PPCT grant holder, Yasmin Paterson, has won the Walter and Dorothy Plowright Memorial Prize for Young Researchers 2019 through the Veterinary Research Club.
The grant from Petplan Charitable Trust has enabled Yasmin Paterson to use cutting-edge science to investigate ways to improve tendon healing in horses.
‘Without the additional funding we received from the PPCT this project would not have been possible,’ she says.
According to Paterson, tendon injuries are one of the most common forms of orthopaedic injuries in horses, affecting all disciplines. However, despite a multitude of available treatments, over half of the horses which have this type of injury will go on to re-injure. The reason for this high rate of re-injury is due to the way in which adult tendons heal; forming functionally deficient scar tissue.
‘Interestingly, this is in complete contrast to how fetal tendons heal, which have this remarkable ability to heal without forming any scar tissue,’ observes Paterson. ‘This property is intrinsic to the fetal cells themselves. My research is therefore looking at whether we could use a stem cell-based therapy to try and improve adult tendon healing and mimic that of fetal tendons.’
PPCT grant has enabled the team to use cutting-edge sequencing techiniques
Stem cells are unique in that they can turn into all the cell types in the body. The team wanted to find out whether their stem cells, once they’d become tendon cells, would behave more like adult or fetal tendon cells.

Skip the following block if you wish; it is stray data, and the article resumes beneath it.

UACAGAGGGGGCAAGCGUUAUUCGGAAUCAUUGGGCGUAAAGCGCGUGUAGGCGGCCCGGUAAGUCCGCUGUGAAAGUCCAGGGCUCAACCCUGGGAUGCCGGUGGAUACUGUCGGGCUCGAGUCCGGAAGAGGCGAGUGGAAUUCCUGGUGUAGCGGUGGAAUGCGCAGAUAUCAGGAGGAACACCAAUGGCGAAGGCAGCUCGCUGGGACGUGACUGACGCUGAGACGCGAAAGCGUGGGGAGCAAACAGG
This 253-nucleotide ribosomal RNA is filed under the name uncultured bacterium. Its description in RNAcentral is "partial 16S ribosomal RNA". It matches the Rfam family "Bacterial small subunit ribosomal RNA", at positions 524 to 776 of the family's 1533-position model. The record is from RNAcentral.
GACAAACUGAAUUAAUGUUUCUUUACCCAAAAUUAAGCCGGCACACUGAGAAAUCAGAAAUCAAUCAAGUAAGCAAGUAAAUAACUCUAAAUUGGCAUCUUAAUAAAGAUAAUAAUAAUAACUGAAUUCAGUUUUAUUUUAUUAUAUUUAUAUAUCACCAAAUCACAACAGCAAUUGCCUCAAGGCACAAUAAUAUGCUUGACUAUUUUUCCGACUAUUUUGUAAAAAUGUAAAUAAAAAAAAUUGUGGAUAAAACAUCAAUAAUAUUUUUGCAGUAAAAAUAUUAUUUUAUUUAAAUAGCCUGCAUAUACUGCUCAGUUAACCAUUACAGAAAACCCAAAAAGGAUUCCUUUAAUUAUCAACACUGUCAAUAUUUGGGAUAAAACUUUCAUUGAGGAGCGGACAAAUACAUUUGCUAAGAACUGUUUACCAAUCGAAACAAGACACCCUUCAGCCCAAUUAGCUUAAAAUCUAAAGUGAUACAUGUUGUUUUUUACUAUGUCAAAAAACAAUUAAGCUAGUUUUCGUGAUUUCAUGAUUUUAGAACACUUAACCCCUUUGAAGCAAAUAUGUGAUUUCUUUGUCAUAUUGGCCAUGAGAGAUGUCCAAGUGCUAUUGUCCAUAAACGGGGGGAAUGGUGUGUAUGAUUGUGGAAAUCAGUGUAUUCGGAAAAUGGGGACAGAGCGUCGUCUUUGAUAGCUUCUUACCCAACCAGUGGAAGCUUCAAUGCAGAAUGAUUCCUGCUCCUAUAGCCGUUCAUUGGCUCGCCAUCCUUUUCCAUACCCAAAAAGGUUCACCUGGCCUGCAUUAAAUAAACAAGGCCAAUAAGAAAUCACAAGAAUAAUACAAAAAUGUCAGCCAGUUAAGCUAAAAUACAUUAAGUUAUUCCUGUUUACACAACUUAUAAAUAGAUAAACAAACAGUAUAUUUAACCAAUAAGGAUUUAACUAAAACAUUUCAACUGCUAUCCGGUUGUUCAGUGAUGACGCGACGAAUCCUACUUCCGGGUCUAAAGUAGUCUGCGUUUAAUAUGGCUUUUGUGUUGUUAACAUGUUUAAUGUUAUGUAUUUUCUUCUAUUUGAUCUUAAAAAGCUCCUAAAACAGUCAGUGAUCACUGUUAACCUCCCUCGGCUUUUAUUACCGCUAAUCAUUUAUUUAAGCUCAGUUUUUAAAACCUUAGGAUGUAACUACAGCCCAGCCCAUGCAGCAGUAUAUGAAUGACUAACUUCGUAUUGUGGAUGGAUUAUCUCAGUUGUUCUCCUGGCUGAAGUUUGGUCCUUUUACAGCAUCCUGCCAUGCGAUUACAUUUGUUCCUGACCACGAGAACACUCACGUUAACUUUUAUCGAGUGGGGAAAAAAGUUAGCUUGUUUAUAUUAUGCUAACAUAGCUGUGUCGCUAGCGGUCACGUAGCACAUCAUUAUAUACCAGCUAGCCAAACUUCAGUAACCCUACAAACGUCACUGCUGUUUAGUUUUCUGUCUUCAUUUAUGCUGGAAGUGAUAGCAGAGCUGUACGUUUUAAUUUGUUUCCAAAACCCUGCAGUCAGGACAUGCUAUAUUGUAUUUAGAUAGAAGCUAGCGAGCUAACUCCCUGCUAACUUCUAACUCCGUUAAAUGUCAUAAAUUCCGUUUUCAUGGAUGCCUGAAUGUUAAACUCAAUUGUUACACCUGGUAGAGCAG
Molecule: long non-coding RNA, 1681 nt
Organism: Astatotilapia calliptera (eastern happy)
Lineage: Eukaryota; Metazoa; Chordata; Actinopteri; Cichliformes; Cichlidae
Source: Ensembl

‘This may tell us if they would be useful therapeutically,’ explains Paterson. ‘At the moment I am currently in the final year of this study, and we have definitely generated some really interesting results which strengthens the evidence that our stem cells may in fact prove very useful in the future!’
The PPCT grant has enabled the team at the Animal Health Trust to use cutting-edge sequencing techniques to compare cell types in much greater depth than would have been possible with just her PhD funding alone.
‘The search for treatments for career-ending tendon injuries is really my passion, and so my immediate plan for the future is to try and continue this crucial work by applying for fellowship funding to investigate further some of the findings from my PhD. In terms of my long-term goal, I want to help pave the way to seeing this science move into clinics, so that we can start to help improve the welfare of many horses.
‘Knowing that you’re working on something that could really make a difference to animals’ lives makes all the hard work worthwhile.”